Objectives: To investigate whether patient opinion about the uses of tissue removed at therapeutic operations has changed since the adverse publicity surrounding the Alder Hey and Bristol Royal Infirmary Inquiries, and to see whether it aligns with the Human Tissue Act 2004.
Design and Setting: Self-administered questionnaire study to post-operative patients in a teaching hospital.
Participants: Two hundred and twenty post-operative patients during an 11 week period.
Main outcome measures: Aggregated responses to each question ranked in frequency order. Unweighted centroid linkage hierarchical clustering analysis with dendrogram display for the main data on tissue usage.
Results: Two hundred and three completed questionnaires were collected representing a compliance rate of 92.3%. 96.3% of patients indicated that they would not object to their tissue being used in research, significantly higher than in the 1996 study (89.1%) with no overlap of the 95% confidence intervals. 29.1% of patients believed that the hospital had ownership of tissue once it has been removed during surgery, 23.2% believed they had ownership, 19.7% that the pathology laboratory had ownership, 15.3% believed that nobody had ownership rights in the case of tissue samples.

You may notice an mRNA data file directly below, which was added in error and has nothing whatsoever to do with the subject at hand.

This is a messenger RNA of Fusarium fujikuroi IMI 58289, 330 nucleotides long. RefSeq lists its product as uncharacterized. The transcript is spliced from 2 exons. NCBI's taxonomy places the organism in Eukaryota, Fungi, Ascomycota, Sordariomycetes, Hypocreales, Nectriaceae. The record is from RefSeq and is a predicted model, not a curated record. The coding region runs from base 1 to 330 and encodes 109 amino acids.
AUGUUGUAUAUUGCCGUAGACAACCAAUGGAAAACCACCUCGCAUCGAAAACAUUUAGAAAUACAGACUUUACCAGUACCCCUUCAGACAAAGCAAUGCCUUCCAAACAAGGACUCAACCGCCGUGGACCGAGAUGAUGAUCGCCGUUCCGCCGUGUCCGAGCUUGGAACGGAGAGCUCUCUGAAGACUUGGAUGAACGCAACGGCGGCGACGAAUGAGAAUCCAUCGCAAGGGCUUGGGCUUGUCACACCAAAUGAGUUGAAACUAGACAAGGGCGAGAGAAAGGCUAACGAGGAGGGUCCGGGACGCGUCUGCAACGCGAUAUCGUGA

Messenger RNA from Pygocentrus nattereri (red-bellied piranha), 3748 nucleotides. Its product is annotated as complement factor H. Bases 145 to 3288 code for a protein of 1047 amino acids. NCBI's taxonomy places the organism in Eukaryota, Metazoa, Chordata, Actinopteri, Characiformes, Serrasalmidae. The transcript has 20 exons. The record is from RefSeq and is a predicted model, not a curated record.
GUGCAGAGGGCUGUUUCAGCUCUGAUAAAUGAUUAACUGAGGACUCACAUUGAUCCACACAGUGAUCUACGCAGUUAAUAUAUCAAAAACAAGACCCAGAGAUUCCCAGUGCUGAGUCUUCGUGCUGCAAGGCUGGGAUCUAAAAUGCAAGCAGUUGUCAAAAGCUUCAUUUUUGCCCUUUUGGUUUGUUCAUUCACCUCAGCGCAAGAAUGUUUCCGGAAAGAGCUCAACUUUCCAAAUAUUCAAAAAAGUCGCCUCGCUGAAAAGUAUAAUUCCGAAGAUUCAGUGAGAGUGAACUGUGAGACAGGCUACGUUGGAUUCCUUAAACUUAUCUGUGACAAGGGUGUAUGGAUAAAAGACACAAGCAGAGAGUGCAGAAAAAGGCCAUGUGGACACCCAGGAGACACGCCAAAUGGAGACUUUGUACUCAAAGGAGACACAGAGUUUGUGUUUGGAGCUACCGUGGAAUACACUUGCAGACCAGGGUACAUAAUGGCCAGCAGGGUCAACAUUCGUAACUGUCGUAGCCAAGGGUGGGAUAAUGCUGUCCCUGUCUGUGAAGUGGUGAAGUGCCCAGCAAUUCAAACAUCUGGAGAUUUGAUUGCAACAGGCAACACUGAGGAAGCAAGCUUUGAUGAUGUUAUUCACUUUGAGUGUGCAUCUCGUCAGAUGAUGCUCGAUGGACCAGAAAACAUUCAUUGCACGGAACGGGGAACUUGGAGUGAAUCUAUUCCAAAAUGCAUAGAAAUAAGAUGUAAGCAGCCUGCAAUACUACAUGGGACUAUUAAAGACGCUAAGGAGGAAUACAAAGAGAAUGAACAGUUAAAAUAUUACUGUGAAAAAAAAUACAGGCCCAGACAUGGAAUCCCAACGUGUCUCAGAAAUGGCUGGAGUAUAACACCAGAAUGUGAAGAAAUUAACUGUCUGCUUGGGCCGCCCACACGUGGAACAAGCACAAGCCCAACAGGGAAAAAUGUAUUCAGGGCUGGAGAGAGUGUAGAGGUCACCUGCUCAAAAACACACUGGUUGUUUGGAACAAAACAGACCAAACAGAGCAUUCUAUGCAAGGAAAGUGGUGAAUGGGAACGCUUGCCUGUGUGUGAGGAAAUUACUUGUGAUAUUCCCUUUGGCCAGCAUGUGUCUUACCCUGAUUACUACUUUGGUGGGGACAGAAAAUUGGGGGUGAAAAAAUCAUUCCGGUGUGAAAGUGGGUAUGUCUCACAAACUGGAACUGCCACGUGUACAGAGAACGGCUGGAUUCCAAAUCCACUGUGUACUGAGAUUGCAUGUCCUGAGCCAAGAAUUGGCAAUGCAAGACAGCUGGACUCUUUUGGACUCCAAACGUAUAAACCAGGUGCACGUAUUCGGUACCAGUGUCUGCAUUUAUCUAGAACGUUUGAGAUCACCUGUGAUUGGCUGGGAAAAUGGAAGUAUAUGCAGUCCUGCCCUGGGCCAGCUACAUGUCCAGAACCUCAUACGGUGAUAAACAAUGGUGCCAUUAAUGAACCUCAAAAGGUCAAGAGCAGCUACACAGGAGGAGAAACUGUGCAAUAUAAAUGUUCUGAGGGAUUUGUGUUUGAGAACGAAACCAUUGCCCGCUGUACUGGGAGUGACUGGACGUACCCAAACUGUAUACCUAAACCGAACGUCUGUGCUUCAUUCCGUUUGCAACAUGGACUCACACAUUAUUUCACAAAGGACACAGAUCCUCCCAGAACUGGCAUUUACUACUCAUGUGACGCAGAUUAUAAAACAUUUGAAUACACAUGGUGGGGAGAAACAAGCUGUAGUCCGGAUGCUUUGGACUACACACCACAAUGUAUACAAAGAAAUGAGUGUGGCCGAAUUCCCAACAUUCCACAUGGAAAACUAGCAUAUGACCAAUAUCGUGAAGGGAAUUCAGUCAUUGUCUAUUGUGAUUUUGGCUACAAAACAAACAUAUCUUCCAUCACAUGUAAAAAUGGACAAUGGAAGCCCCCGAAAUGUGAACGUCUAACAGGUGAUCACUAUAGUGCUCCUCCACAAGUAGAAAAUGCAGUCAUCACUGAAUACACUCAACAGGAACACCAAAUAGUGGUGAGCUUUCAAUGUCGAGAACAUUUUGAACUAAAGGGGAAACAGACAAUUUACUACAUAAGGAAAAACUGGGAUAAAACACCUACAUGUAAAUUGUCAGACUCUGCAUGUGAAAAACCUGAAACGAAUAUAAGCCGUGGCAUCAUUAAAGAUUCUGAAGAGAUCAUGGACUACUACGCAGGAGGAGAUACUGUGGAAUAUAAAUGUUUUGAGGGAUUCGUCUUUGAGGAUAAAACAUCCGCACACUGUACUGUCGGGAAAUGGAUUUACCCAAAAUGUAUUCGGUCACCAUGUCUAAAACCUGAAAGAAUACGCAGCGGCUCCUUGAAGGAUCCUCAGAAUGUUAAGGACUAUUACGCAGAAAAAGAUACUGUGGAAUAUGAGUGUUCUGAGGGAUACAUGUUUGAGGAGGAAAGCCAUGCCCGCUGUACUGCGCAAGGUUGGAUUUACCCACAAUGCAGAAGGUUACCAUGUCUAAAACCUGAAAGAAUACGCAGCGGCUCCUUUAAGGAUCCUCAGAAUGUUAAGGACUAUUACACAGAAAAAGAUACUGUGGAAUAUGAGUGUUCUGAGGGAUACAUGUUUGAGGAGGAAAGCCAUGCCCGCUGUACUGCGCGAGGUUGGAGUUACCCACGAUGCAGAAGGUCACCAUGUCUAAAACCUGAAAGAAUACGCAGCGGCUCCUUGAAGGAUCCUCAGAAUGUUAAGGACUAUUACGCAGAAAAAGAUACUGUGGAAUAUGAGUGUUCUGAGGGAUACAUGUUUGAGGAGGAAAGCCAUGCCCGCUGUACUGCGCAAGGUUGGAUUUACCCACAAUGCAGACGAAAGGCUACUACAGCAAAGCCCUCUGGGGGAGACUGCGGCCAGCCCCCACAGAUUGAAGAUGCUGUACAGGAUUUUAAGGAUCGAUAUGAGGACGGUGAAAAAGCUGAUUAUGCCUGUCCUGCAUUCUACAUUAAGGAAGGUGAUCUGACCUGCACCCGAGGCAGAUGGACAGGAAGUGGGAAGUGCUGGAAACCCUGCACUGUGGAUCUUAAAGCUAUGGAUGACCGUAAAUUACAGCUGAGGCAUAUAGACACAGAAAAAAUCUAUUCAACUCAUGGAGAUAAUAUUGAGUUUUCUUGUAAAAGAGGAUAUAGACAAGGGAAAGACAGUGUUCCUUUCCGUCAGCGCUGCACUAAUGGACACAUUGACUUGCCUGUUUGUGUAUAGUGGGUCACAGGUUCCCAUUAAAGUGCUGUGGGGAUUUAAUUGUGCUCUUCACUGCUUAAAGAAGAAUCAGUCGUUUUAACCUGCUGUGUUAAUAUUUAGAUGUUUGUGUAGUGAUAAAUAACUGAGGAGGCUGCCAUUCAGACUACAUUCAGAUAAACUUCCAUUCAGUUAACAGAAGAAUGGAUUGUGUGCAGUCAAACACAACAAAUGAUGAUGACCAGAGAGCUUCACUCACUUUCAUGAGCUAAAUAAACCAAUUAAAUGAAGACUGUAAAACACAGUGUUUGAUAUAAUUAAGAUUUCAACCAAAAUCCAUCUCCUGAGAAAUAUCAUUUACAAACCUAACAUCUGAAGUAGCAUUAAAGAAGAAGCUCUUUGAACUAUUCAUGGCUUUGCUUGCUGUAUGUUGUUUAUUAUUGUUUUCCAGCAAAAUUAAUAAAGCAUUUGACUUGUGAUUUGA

Conclusions: This new survey indicates that despite a turbulent decade for those involved in human tissue retention in the UK, public support for a wide range of human tissue based activities, especially biomedical research, has not diminished and that patient opinion aligns well with the Human Tissue Act 2004.
- human tissue
- patient opinion
- public opinion
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